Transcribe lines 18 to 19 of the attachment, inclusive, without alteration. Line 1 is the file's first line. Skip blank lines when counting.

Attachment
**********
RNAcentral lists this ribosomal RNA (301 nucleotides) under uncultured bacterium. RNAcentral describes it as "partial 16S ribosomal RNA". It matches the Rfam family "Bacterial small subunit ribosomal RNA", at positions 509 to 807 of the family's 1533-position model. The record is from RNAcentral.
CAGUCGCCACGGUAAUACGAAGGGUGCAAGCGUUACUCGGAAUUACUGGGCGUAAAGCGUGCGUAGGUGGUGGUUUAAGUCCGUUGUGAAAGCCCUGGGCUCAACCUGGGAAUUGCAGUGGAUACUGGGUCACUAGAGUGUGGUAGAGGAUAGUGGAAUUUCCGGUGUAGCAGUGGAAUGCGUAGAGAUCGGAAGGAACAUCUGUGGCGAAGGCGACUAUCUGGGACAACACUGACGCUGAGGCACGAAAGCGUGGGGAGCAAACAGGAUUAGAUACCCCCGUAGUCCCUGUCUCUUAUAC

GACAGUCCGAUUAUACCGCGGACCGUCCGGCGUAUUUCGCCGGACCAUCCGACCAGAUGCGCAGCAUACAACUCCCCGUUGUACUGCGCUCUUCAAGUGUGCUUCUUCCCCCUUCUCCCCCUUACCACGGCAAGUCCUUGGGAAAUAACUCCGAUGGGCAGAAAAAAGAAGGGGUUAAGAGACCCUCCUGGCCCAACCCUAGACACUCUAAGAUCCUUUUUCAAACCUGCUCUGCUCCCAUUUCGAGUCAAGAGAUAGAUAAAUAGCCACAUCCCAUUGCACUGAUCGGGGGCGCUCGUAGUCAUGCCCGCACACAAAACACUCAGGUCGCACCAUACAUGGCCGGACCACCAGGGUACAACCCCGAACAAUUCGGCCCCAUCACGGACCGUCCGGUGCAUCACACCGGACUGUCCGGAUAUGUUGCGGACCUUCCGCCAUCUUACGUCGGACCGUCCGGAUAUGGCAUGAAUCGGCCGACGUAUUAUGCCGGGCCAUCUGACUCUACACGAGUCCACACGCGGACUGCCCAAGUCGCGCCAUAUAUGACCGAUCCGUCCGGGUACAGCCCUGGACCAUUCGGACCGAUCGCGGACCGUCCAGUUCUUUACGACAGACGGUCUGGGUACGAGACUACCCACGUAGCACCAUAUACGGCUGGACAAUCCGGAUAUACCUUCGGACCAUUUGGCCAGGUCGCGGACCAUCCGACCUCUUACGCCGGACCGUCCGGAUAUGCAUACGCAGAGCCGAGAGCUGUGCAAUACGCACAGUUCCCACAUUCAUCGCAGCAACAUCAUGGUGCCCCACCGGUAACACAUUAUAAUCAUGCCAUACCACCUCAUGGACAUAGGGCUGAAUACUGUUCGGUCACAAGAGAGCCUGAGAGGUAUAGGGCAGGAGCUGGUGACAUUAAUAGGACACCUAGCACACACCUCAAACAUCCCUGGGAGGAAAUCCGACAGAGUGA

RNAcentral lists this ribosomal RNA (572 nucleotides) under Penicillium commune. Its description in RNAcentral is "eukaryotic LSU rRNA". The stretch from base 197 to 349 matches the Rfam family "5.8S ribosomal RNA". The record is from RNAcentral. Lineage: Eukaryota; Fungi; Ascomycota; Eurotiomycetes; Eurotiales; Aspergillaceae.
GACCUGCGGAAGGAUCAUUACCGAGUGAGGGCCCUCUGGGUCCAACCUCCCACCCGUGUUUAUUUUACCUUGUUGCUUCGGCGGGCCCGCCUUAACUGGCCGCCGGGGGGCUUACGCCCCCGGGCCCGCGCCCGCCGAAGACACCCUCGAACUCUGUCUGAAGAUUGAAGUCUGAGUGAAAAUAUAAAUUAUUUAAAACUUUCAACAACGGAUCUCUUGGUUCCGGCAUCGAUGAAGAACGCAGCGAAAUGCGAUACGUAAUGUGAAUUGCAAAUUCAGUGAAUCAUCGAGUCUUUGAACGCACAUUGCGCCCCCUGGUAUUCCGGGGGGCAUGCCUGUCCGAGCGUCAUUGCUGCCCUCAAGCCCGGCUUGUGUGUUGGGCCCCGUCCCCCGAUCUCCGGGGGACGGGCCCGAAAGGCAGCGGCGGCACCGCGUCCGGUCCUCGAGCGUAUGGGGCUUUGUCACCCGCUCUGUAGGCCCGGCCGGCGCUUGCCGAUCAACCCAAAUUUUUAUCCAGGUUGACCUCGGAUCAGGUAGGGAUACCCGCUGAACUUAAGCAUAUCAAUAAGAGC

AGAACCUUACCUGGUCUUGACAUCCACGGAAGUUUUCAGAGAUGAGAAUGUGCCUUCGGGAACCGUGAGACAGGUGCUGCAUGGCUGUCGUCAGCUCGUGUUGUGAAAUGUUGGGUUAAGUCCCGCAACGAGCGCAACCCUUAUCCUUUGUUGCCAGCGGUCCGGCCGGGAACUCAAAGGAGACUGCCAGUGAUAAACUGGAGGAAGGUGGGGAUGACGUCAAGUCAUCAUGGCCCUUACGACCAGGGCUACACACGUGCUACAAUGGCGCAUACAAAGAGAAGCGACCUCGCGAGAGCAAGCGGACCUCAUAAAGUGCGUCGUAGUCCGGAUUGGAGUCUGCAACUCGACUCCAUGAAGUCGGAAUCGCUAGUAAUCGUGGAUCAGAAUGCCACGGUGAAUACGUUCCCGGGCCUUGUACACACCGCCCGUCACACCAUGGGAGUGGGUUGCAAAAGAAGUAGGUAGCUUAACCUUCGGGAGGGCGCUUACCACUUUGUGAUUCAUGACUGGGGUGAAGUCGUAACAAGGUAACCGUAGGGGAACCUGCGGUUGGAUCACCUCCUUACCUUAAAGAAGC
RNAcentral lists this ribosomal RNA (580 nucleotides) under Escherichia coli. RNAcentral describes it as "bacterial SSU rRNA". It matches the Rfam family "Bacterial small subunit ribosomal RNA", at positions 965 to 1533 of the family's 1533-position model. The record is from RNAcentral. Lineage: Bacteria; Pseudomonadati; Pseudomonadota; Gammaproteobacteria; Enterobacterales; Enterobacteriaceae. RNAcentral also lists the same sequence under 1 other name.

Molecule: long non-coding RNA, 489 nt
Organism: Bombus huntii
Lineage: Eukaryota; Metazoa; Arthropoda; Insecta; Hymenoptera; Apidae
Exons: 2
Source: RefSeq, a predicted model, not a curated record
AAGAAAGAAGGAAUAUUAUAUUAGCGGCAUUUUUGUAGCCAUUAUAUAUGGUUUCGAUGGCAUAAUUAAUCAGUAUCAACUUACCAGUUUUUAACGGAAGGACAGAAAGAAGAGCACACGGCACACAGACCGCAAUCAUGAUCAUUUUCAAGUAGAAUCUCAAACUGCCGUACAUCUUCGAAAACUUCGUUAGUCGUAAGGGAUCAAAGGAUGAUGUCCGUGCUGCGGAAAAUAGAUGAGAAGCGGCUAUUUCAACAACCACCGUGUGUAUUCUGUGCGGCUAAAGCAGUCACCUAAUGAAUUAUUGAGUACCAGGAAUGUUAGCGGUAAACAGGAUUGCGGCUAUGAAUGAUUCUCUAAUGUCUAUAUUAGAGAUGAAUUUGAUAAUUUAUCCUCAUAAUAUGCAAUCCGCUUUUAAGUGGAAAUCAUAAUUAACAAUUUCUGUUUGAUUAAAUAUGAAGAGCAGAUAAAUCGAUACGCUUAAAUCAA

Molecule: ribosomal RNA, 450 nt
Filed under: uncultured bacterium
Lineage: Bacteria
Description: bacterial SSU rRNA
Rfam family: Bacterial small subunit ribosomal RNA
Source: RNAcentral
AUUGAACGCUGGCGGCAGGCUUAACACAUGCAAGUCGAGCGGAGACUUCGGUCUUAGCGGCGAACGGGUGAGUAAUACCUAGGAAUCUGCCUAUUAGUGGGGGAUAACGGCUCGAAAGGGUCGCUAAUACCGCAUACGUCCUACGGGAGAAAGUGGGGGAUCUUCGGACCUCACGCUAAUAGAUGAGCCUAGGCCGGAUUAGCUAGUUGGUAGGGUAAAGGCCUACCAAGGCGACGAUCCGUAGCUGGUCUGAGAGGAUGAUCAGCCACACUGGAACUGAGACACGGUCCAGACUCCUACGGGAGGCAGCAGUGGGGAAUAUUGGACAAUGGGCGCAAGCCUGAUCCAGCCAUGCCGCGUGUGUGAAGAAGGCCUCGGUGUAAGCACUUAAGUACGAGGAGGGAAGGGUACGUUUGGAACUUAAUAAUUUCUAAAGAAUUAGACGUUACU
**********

Rfam family: Bacterial small subunit ribosomal RNA
Source: RNAcentral